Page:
Goal 3: Determine the relative effects, mechanisms of activity, and management implications of multiple stressors in aquatic ecosystems.

(a) Determine the effects of contaminants on degradation of stream ecosystems, which contaminants have the greatest effects in different environmental settings and seasons, and evaluate which measures of contaminant exposure are the most useful for assessing potential effects.

(b) Determine the levels of nutrient enrichment that initiate ecological impairment, what ecological properties are affected, and which environmental indicators best identify the effects of nutrient enrichment on aquatic ecosystems.

(c) Determine how changes to suspended and depositional sediment impair stream ecosystems, which ecological properties are affected, and what measures are most appropriate to identify impairment.

(d) Determine the effects of streamflow alteration on stream ecosystems and the physical and chemical mechanisms by which streamflow alteration causes degradation.

(e) Evaluate the relative influences of multiple stressors on stream ecosystems in different regions that are under varying land uses and management practices.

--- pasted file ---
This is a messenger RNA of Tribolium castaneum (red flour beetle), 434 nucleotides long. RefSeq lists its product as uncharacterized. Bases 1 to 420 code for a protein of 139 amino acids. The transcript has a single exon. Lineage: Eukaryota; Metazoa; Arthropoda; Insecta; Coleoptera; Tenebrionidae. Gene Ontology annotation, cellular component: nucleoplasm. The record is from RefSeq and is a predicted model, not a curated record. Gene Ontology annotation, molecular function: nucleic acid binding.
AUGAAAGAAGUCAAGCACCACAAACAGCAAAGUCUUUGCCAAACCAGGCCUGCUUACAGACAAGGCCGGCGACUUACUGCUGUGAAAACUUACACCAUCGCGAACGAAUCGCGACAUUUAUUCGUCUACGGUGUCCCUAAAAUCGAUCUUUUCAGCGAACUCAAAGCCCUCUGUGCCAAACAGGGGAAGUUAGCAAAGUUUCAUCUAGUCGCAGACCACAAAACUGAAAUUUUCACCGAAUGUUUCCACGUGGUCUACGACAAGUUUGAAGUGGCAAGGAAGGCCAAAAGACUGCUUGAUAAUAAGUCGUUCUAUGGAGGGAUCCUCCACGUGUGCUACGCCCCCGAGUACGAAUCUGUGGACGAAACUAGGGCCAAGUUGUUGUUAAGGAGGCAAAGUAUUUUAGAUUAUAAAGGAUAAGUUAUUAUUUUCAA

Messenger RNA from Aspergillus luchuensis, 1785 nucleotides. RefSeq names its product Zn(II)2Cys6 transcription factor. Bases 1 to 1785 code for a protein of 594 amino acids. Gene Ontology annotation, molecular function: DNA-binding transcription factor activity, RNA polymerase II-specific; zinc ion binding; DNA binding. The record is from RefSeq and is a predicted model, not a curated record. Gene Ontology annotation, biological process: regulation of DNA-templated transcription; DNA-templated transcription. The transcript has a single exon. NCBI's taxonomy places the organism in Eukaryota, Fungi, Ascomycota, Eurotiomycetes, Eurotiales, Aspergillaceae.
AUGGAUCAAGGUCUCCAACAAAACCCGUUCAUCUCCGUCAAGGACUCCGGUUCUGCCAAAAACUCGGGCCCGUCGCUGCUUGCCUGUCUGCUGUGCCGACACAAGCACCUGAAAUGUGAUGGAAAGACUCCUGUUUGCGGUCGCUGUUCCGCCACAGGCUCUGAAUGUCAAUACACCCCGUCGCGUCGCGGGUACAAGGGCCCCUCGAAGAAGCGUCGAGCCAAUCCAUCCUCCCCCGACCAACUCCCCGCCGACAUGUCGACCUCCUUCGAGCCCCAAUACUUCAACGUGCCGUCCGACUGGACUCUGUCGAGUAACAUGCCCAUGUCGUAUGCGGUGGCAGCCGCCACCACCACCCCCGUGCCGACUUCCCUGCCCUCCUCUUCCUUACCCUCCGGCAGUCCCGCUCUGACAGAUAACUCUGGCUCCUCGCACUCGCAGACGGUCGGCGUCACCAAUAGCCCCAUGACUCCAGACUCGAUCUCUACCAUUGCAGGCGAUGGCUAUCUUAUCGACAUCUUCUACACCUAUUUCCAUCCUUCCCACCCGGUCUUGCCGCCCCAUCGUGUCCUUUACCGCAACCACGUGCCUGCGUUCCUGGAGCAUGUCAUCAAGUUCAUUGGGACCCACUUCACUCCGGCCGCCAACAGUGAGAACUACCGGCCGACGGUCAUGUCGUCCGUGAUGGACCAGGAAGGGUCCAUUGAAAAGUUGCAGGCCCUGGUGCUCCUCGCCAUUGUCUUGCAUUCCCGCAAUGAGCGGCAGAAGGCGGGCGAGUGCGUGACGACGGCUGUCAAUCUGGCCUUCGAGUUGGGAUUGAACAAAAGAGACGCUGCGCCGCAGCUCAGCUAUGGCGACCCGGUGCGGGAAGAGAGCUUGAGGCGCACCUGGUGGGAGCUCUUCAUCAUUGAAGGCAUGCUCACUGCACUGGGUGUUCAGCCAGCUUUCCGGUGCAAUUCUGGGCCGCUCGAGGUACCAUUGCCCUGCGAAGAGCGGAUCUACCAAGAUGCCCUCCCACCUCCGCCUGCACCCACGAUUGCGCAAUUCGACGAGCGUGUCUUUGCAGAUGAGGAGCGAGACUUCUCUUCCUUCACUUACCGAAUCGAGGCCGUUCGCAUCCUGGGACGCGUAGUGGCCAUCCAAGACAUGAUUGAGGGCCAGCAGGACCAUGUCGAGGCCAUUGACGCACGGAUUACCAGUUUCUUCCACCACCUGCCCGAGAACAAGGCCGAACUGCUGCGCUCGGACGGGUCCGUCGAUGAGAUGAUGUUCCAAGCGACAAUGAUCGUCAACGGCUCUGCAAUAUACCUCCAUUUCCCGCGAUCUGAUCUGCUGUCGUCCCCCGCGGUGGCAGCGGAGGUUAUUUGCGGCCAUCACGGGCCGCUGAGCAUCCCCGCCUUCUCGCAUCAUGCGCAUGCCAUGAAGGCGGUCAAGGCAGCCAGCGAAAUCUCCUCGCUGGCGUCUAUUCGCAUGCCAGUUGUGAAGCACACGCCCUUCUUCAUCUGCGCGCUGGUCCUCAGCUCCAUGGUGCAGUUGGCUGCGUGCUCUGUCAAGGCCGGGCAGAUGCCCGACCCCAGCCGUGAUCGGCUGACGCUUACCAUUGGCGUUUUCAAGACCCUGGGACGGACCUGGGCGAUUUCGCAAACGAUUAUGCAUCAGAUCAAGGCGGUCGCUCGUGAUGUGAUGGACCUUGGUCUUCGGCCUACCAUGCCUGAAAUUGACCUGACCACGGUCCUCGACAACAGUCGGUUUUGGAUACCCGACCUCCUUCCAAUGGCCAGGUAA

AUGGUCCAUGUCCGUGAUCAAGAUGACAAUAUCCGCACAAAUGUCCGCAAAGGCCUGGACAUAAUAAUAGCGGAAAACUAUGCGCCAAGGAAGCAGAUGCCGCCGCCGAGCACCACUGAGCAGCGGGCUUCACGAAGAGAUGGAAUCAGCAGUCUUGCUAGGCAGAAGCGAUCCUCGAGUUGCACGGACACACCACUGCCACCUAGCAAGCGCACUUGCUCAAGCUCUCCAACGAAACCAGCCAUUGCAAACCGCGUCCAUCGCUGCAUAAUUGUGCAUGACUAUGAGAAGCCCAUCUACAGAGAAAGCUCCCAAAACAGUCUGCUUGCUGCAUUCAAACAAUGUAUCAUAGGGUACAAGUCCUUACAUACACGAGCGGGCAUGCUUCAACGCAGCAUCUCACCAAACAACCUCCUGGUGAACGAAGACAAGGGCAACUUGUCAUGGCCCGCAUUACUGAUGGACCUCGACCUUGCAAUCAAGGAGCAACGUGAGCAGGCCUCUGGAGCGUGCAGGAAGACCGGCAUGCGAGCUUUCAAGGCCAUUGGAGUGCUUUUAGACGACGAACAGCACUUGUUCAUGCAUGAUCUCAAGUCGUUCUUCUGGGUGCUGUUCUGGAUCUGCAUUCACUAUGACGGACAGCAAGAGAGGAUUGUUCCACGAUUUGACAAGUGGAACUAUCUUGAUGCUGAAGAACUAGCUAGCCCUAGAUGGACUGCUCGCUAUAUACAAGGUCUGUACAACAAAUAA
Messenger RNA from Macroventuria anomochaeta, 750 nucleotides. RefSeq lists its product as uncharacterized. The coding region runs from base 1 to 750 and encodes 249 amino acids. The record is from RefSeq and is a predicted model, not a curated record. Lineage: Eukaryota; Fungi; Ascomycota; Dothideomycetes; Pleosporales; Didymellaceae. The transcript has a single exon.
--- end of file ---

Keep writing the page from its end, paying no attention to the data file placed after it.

Goal 4: Predict the effects of human activities, climate change, and management strategies on future water quality and ecosystem condition.

(a) Evaluate the suitability of existing water-quality models and enhance as necessary for predicting the effects of changes in climate and land use on water quality and ecosystem conditions.

(b) Develop decision-support tools for managers, policy makers, and scientists to evaluate the effects of changes in climate and human activities on water quality and ecosystems at watershed, state, regional, and national scales.

(c) Predict the physical and chemical water-quality and ecosystem conditions expected to result from future changes in climate and land use for selected watersheds.

SOURCE: Design of Cycle 3 of the National Water Quality Assessment Program, 2013-2023: Part 2: Science Plan for Improved Water-Quality Information and Management

3c, and 3d) because of their scientific importance but also partly because the scientific activities described in these objectives are intimately linked with one another (i.e., one cannot proceed without the other). Basic status and trends monitoring is critical to the proposed understanding studies. Thus, this assessment should also be considered within the committee’s overarching recommendation to, first and foremost, maintain status and trends assessment of water quality (i.e., Goal 1).



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